Reputation management is becoming more difficult. Every disgruntled employee or customer has access to voicing complaints on social media or by contacting reporters. It is hard for a news reporter to keep from being influenced by angry employees sending out a volley of accusations when a company makes an announcement. Social media is a marvelous tool, but the underbelly of social media is that unsubstantiated claims of misconduct can be so steadily communicated. When media is so easily accessible to everyone, everyone has a say, and it can be even more difficult to manage and navigate all of the voices.
What has been your biggest PR or crisis communications challenge? How did you handle it?
I have been around a long, long time and have been involved in almost every kind of crisis you could describe. To say I have been in the middle of the most famous crises is like Maxwell Smart saying he is the world’s most famous secret agent. If I was so good, why were the crises so famous? However, I will mention a couple of famous crises I have experienced over the years.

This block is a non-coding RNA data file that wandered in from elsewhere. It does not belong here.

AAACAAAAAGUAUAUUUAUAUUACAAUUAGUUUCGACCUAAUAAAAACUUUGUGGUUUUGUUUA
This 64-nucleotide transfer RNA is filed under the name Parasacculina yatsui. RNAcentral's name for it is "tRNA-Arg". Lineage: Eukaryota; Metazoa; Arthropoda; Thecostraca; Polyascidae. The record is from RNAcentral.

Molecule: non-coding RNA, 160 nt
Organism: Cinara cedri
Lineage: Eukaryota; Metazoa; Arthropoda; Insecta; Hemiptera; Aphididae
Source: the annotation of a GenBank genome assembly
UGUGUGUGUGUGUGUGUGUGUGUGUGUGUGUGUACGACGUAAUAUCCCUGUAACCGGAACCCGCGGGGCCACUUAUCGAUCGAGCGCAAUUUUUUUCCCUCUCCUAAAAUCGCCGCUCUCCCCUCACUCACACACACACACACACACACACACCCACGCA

In October of 2001, it was revealed Enron, one of America’s largest companies, was committing accounting fraud and was involved in corporate corruption. Senior executives would face jailtime for their actions. I was one of eight PR practitioners from around the country on the initial Enron call. For some background, I am historically prone to downplay any crisis, saying there is much less of a chance that people outside a company will be as upset as the people inside who feel they are under siege. In this case, it was different. After all of the practitioners listened to the call intently, everyone was asked how they felt about the problem. I was next to last. Each before me said the scandal would not be a big problem, and I was about to burst at the seams. When it was my time, I blurted out, “Somebody’s going to jail.”